In the province of Quebec, one-third of seniors have pharmacy claims for a drug on the Beers list, a list of drugs identified as potentially inappropriate to prescribe in this population. However, little is known about the conversations between primary care practitioners and older patients around stopping or tapering these inappropriate prescriptions. Benzodiazepines and proton pump inhibitors (PPIs) are the two classes of medications targeted in this study, which aligns with Choosing Wisely Canada’s campaign to help physicians and patients engage in conversations about unnecessary tests and treatments.
This qualitative study investigated communication strategies used in deprescribing conversations between primary care physicians and older adults. The study found that providing patients with education about the benefits and harms of their medication before they saw their family physician resulted in a greater proportion of conversation themes relating to medication use to be initiated by patients (44% versus 17%). The content of deprescribing conversations for PPIs revealed that patients and their healthcare providers focused less on ‘dosage/instructions,’ and more on the ‘medication action and efficacy’ and the necessity for ‘follow up.’ Conversations about stopping benzodiazepines were more likely to stagnate on the ‘if’ rather than the ‘how.’ The initiation, style and content of the conversations varied between PPI and benzodiazepine users, suggesting that healthcare providers will need to tailor deprescribing conversations accordingly.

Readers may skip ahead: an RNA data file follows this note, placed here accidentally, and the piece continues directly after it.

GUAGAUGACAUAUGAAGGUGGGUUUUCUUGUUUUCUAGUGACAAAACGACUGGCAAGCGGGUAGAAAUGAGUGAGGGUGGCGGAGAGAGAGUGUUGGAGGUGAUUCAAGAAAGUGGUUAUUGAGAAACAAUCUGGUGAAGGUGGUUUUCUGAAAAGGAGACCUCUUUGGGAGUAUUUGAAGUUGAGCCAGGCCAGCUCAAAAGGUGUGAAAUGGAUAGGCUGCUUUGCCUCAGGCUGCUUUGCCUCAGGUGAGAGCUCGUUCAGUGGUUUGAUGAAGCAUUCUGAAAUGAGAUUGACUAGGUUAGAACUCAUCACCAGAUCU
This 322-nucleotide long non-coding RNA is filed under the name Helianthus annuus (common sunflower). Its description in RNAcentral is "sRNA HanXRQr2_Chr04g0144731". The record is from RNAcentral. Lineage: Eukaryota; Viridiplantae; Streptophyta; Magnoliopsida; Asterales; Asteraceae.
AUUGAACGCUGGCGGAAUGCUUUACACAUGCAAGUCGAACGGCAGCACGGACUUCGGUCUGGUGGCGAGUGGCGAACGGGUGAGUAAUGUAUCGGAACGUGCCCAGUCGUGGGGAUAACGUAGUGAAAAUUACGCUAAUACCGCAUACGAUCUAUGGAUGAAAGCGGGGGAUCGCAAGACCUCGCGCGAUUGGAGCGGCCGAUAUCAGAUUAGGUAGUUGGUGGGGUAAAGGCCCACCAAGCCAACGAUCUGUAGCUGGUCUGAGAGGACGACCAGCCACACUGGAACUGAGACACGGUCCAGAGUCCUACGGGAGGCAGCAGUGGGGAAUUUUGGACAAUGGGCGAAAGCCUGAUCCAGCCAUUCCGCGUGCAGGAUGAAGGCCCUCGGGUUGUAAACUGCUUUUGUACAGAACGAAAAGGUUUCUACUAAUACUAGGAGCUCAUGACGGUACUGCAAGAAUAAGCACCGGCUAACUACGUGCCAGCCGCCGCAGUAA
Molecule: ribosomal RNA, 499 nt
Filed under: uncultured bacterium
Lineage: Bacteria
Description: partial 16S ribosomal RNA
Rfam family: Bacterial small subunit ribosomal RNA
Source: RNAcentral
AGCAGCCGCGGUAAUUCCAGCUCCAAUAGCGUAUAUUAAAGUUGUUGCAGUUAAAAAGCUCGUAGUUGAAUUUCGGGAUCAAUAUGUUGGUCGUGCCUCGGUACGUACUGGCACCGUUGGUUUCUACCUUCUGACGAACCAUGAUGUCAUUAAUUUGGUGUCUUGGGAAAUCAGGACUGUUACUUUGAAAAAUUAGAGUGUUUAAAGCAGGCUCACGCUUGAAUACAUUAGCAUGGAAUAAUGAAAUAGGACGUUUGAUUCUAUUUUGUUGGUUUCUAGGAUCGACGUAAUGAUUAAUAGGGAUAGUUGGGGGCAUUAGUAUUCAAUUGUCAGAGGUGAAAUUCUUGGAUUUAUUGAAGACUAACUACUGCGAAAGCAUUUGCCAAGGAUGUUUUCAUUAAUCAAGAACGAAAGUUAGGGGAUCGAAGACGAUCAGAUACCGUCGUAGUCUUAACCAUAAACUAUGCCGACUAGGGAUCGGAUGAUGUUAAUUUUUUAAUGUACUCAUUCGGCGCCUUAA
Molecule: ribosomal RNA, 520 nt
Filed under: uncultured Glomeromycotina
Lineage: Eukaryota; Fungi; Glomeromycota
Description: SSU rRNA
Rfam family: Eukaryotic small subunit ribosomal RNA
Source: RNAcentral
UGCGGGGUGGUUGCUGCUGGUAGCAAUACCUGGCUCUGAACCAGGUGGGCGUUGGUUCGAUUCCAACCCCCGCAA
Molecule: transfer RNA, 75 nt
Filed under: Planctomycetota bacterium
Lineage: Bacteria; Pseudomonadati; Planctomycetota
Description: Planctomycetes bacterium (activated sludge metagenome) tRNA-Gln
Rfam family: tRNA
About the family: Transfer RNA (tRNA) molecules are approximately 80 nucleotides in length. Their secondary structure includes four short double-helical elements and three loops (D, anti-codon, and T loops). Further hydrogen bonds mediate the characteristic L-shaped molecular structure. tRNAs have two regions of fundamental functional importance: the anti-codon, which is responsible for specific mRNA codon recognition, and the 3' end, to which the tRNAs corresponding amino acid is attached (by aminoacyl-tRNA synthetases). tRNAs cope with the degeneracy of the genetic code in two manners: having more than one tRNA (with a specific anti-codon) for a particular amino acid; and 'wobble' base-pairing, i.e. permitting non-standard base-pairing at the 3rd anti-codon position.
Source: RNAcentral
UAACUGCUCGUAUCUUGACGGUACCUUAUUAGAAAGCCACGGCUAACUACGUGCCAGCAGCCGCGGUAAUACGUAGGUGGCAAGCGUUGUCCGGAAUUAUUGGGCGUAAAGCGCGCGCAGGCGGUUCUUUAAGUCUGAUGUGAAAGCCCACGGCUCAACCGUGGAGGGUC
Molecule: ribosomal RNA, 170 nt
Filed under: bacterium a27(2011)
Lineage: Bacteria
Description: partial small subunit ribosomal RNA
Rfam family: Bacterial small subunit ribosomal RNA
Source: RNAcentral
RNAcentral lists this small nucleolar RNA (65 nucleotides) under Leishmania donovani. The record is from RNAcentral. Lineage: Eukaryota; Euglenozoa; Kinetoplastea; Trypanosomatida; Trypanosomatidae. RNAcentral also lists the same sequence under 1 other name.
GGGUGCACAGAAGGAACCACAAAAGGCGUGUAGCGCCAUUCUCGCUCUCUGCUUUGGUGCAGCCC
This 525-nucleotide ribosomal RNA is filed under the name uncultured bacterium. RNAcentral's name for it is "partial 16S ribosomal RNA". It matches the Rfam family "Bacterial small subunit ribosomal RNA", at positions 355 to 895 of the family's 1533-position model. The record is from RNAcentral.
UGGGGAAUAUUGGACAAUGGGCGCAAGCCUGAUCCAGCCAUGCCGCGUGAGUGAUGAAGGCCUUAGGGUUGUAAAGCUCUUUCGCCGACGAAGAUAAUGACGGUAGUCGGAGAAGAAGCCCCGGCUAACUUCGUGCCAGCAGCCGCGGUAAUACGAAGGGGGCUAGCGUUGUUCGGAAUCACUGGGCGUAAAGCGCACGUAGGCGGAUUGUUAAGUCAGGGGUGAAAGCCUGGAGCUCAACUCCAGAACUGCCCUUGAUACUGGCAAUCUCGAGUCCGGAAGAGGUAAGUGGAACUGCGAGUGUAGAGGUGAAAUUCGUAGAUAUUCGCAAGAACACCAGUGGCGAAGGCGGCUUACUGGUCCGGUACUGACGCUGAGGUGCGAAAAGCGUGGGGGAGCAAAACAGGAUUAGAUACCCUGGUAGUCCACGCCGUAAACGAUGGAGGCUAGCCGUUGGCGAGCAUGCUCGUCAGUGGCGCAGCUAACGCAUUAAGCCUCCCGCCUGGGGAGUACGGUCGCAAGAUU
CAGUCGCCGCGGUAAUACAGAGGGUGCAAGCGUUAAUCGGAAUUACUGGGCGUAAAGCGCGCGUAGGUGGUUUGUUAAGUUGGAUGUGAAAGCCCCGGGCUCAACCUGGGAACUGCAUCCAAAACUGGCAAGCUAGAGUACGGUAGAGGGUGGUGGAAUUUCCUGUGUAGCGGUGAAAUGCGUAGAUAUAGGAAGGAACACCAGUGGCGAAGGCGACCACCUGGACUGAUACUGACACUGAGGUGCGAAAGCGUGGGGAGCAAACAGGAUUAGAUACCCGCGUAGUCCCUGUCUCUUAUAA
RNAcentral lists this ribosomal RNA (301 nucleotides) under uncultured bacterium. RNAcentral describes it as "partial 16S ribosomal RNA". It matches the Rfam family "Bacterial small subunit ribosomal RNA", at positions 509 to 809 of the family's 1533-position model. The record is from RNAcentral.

Lead: Dr. Cara Tannenbaum
Funder (2015-2019): Canadian Institutes of Health Research
Turner JP, Richard C, Lussier MT, Lavoie ME, Farrell B, Roberge D, Tannenbaum C. Deprescribing conversations: a closer look at prescriber-patient communication. PubMed, 2018 Oct 20;9(12):687-698. doi: 10.1177/2042098618804490